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Preparing for a Job Interview Following Addiction Recovery

Successfully navigating through a recovery program and incorporating recovery techniques outside of the recovery sphere is a huge accomplishment. However, moving back into the “real world” after completing a recovery program can present a number of new hurdles. One of the most prevalent obstacles that await a person during this transition is their reintroduction to the workforce. 

It is common to be nervous about how a person is supposed to talk about their time in addiction recovery, or even wonder if they should bring up such topics at all during interviews or when composing resumes. Explaining the work gap in one’s job history or how one has developed certain skills can be an anxiety-inducing experience. However, venturing back into the workforce as a sober and capable person is possible, and there are a number of things to keep in mind as each person makes this transition. 

You Decide When to Bring Up Your Past

The decision to discuss one’s past with addictive substances is always one’s own, regardless of the situation. While some people may want to be upfront about their experiences and approach their interview with a sense of transparency, others may deem such information irrelevant to the position at hand and will choose to avoid the topic altogether. Only the individual themselves can decide which approach is appropriate for them in their situation. 

However, it is important to ensure that all of one’s avenues are consistent with the message they are presenting. Employers may check one’s social media posts or other public information. Keeping one’s social media profiles devoid of these indications if they do not wish to discuss them is crucial for keeping one’s image consistent. 

However, if an individual’s use of an addictive substance resulted in legal ramifications, it may be helpful to get out ahead of the information and address one’s past by presenting the person they have become rather than whenever the incident occurred. Being transparent with this information can open up a dialogue in which an individual has an opportunity to explain the nature of addiction and their experiences rather than leave such information to the imagination or preconceived notions of the employer. 

Remember that just because someone has decided to speak about their past experiences doesn’t mean that they have to disclose every detail. Deciding beforehand if one is going to talk about their experiences and how much information they are willing to divulge about the situation can help each person prepare for the conversations ahead. 

Be Ready to Address Difficult Questions

Successfully moving through the recovery sphere and making progress in one’s recovery programs is cause for celebration. Unfortunately, not all people are as privy to the nuance surrounding addiction and addiction recovery as the professionals and peers within the recovery sphere. Employers may have varying amounts of knowledge about the nature of addiction as a disease. It is important to be prepared to address addiction and explain it in a way that approaches the situation for the disease that it is, rather than as the result of a perceived lack of willpower.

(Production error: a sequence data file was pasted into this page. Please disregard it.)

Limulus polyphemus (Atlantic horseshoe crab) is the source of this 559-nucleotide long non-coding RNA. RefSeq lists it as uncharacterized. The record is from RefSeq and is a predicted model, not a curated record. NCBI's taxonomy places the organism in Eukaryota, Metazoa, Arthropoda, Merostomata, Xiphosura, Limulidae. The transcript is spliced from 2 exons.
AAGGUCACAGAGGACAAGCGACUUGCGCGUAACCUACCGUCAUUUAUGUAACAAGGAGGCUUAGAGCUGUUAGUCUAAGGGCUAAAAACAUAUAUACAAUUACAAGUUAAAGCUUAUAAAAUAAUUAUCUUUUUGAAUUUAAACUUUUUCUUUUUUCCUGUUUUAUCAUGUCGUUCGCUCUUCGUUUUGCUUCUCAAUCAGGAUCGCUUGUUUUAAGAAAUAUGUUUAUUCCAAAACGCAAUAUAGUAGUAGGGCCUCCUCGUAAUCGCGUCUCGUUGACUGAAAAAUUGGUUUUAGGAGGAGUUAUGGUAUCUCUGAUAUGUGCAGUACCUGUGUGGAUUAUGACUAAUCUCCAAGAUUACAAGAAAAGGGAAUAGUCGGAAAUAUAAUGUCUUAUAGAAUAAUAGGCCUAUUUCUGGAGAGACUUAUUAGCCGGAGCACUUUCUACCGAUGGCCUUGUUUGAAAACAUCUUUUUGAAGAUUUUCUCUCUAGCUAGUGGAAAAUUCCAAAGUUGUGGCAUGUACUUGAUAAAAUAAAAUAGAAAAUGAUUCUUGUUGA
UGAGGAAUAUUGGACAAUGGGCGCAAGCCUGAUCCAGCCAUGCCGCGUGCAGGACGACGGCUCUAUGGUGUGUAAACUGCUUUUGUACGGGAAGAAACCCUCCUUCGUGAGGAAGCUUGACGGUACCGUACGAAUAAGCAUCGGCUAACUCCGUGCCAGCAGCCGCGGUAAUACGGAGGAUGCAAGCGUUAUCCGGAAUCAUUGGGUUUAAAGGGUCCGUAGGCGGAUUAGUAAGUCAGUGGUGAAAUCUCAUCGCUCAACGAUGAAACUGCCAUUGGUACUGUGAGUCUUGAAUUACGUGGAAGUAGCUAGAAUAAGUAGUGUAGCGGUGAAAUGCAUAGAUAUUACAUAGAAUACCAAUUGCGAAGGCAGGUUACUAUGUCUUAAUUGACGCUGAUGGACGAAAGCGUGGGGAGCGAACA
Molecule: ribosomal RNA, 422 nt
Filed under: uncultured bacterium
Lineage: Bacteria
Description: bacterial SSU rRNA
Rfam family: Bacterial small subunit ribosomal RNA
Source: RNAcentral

Focus on Your Skills and Qualifications

One’s past with addiction can make the interview process even more stressful. However, it is important to remember that this is still an interview to obtain a certain working position and not a quiz on the past with any addictive substances. Focusing on one’s qualifications, skills, and experience in a certain field is still the priority. It is important to use this time to present oneself and their abilities in their present state. 

The recovery program itself can even help to bolster one’s resume by providing opportunities to practice many life skills, time management, and communication skills–all of which can be highlighted and translated into the workplace. Remember that lack of job experience or employment gaps does not mean a lack of skill-building. Many learn crucial skills d or engage in mentorships and other volunteer activities during recovery.

Focusing on one’s skills, objective accomplishments, and qualifications for a certain position can help lift focus off of drugs or alcohol as a part of the interview process. However, it is still useful to know one’s rights as a potential employee. Continuing to drive one’s successes and accomplishments over their past is paramount in creating an atmosphere where a person cannot be judged on their past. Knowing what anti-discrimination laws are in place can also help put an individual at ease and reinforce the importance of current abilities over past experiences while providing a safety net against discrimination. 

Reestablishing oneself as a part of the workforce following a recovery program is a difficult transition to make. However, Everlast Recovery is here to help you learn to make this adjustment and better understand your skills and strategies following an addiction recovery program. We work closely with you to continue to develop professional and life skills each step of the way. Your time with us in any of our programs can be personalized to meet you where you are in your recovery journey, helping to continue to develop specific strategies or learn new skills based on your own goals throughout the process. This is all backed by our curated, home-like atmosphere designed to help you relax with the aid of home-cooked meals and a comfortable, supportive atmosphere. For more information on how we can personalize your time with us or to speak to a caring, trained staff member about your unique situation, call us today at (866) 338-6925.

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